Inman.com recently posted an article called "9 things your professional real estate photographer better know", and I thought I'd go through the list, include a short quote from the Inman article, and give my own take on things.
1. Think ahead.
"If the sun rises behind the house, the photographer won’t want to do an early morning, front, exterior shot. The bright sun above the house will cast the facade into shadow and ruin the photo."
I agree that this is a big issue that a lot of real estate agents, and real estate photographers, don't give enough consideration to.
Having said that, my experience with real estate agents, and I've heard this from a lot of photographers as well, is that it's usually the agents who aren't interested in making themselves or the homeowner available for a photo shoot at the time that best suits the property.
I think real estate agents generally expect the photographer to do some magic and create wondrous images in any situation, and they don't understand the important role that the light plays when shooting a home. A truly professional photographer will do the best they can regardless of what's happening, but they can't truly replicate what the great big light in the sky can achieve.
Does it make a difference? For some home it really can - a bright, well lit front exterior shot can have a more welcoming ambience, and that can help draw more buyers to a home.
Here's an example of an apartment complex that was deliberately photographed in the early afternoon as it was west facing on that side wall, and you can see the difference the sun makes in a shot like this:
2. Elevate the exterior shots.
"In most cases, there’s a limit to how far up you want your photographer to get. You seldom need a top-down view of the roof. A good rule of thumb is to go no higher than the upper windows."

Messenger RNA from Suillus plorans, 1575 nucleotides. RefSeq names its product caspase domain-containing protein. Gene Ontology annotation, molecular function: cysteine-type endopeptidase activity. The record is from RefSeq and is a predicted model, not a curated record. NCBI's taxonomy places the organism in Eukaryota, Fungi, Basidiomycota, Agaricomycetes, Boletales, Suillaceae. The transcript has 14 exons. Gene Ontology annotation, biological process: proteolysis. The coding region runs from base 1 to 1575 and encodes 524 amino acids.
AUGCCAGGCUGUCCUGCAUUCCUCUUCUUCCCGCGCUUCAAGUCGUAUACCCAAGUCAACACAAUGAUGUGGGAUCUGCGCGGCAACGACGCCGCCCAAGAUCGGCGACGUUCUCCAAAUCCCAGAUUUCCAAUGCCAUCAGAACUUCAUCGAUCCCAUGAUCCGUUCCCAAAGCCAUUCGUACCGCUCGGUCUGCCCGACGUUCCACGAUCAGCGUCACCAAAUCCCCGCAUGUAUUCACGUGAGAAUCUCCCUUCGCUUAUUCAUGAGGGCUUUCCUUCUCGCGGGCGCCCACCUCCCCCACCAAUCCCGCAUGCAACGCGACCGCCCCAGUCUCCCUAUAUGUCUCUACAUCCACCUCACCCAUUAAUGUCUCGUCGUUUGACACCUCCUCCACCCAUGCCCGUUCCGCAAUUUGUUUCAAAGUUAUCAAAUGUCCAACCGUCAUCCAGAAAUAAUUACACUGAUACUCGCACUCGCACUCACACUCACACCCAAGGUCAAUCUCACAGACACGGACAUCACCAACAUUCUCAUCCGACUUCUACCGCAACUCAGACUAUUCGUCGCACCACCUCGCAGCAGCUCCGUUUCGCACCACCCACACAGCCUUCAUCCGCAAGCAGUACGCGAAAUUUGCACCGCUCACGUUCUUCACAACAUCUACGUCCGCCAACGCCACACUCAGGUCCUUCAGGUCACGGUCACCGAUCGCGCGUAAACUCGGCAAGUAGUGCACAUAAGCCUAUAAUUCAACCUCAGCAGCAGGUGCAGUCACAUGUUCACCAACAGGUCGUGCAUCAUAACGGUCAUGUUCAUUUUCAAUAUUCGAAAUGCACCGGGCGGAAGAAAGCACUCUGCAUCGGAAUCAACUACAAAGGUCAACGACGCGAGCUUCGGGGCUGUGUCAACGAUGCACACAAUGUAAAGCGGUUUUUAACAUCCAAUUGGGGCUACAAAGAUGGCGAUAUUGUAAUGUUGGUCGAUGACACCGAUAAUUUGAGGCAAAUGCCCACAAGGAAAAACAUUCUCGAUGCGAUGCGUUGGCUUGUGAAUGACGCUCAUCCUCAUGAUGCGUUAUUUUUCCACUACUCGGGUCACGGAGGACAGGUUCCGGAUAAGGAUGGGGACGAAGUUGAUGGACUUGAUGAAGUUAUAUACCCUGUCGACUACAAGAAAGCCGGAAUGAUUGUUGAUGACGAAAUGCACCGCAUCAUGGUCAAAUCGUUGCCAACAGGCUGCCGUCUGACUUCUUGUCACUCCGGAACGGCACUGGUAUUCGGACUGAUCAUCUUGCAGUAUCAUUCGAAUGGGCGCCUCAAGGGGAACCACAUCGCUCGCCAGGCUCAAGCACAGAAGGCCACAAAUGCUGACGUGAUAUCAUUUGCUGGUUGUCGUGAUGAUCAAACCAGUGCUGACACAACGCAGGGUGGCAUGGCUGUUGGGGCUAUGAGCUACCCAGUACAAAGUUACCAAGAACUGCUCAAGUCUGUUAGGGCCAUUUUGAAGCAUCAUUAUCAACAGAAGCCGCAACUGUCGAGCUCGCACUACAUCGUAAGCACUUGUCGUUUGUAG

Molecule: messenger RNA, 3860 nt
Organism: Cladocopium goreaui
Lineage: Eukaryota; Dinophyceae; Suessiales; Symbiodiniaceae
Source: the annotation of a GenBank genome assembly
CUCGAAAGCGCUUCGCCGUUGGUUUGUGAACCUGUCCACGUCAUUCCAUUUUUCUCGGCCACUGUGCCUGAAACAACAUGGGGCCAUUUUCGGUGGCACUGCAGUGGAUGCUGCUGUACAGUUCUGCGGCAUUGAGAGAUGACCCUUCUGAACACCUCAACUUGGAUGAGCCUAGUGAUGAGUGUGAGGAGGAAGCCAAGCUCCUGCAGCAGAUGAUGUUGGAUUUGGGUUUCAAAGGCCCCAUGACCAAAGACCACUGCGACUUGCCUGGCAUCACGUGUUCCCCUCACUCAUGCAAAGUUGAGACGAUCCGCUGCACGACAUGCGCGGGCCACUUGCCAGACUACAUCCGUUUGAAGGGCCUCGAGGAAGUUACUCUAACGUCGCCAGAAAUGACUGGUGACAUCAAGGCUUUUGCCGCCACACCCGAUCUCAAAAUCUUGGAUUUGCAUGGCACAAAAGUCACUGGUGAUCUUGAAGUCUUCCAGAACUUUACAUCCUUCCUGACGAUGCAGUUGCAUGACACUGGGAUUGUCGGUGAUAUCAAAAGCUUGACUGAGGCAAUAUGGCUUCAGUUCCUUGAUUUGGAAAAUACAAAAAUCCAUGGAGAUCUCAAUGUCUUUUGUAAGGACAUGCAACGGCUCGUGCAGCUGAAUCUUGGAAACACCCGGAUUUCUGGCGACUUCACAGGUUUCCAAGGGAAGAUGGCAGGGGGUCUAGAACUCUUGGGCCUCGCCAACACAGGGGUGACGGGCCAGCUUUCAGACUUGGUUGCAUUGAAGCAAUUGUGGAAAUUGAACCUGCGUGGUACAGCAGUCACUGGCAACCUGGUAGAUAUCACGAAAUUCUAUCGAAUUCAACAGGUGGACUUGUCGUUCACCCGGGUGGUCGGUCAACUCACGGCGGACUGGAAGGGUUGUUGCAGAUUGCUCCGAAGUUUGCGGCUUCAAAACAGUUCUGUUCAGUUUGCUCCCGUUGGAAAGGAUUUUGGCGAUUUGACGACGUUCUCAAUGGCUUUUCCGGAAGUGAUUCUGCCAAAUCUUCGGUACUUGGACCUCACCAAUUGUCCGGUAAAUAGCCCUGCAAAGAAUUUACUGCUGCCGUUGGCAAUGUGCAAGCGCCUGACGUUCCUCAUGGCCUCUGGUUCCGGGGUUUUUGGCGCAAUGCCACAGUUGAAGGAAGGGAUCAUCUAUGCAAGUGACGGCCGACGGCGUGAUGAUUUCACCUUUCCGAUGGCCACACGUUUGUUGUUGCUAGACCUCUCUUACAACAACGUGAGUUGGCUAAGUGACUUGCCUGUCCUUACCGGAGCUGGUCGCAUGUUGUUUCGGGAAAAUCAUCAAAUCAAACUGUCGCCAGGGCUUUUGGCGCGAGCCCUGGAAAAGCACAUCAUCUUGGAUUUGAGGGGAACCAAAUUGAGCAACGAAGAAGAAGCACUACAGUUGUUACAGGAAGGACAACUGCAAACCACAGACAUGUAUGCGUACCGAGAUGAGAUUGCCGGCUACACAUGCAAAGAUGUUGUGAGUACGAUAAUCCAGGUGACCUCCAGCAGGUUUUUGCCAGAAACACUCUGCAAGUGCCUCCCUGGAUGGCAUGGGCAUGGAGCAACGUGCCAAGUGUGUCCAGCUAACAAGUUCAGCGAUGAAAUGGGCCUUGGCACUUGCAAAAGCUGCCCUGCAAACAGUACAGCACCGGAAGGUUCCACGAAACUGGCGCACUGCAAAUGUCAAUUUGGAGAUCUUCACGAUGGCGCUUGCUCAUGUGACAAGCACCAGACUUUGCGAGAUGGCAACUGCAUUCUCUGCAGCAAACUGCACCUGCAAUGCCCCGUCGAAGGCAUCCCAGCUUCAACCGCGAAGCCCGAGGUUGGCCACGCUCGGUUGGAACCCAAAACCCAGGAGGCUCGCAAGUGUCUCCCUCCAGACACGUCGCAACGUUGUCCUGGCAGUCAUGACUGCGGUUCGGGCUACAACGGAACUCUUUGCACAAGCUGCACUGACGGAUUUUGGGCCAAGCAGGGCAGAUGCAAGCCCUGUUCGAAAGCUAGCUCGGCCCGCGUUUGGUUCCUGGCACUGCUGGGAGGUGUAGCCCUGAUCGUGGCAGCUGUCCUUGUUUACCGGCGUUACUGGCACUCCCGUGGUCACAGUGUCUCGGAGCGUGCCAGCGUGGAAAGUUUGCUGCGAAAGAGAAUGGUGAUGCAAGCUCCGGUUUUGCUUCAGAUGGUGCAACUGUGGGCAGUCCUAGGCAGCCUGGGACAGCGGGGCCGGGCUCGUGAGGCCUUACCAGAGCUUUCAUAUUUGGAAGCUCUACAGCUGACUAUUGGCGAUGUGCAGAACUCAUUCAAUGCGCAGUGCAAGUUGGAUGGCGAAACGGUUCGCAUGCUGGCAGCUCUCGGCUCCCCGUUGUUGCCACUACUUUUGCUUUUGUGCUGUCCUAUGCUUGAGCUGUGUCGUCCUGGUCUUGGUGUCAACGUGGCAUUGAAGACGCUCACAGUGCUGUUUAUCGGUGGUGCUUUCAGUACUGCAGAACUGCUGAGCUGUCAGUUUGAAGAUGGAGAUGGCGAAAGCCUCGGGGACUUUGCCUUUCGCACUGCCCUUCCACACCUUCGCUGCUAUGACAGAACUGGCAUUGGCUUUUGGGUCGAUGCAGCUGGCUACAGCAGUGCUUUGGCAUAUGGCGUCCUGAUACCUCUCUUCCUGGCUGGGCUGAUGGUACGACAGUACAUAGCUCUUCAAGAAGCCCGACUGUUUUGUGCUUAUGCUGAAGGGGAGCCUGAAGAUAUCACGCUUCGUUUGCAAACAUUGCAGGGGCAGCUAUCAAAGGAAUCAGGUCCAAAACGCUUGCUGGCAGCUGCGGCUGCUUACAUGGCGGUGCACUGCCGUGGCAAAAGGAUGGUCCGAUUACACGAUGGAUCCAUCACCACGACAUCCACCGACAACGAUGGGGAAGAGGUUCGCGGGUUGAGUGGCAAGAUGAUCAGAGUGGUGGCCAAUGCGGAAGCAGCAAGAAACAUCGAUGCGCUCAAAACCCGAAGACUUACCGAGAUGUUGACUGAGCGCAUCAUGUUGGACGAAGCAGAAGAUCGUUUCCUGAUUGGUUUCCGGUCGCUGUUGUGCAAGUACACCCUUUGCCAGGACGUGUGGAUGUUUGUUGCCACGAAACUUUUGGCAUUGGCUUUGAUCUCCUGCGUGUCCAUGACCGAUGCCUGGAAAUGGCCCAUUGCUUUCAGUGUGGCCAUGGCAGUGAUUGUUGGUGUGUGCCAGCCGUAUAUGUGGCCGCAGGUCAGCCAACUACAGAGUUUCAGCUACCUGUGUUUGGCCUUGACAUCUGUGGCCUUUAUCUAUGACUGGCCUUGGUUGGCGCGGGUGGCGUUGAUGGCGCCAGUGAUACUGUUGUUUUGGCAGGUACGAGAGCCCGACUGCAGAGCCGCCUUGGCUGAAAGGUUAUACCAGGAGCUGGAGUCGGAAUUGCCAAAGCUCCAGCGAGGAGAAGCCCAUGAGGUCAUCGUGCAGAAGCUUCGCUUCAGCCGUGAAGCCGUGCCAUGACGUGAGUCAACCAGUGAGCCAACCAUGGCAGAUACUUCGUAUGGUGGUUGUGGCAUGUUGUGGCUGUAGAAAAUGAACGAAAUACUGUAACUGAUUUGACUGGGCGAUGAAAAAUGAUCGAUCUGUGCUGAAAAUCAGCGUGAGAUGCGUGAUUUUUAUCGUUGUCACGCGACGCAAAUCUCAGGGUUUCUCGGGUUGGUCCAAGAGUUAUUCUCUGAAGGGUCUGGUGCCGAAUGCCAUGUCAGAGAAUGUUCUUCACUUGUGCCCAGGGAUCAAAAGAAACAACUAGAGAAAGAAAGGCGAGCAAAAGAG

That's a great point! First of all, elevated shots really can work well. Secondly, getting up too high, such as with a drone, will often make things worse, not better. The reason why very high exterior shots often don't work is because they'll show the roof (rarely a home's best feature) and the yards of surrounding homes, and that's a look that is often not very appealing, especially if it makes the home that's for sale seem closer to neighbors than it really is.
Here's an example where the benefits of a little elevation are clear. Without this, the camera would be too low, and would only see the rocks and trees in the foreground, with the top level of the home sitting above:
3. Plan exterior lighting.
"The best light is usually available shortly after dawn and before sunset."
I absolutely agree that a home often looks its best during a twilight shoot. However, what's important here is the choice of photographer. A photographer with very little experience, or without the skill to shoot twilights, will not necessarily create an amazing image.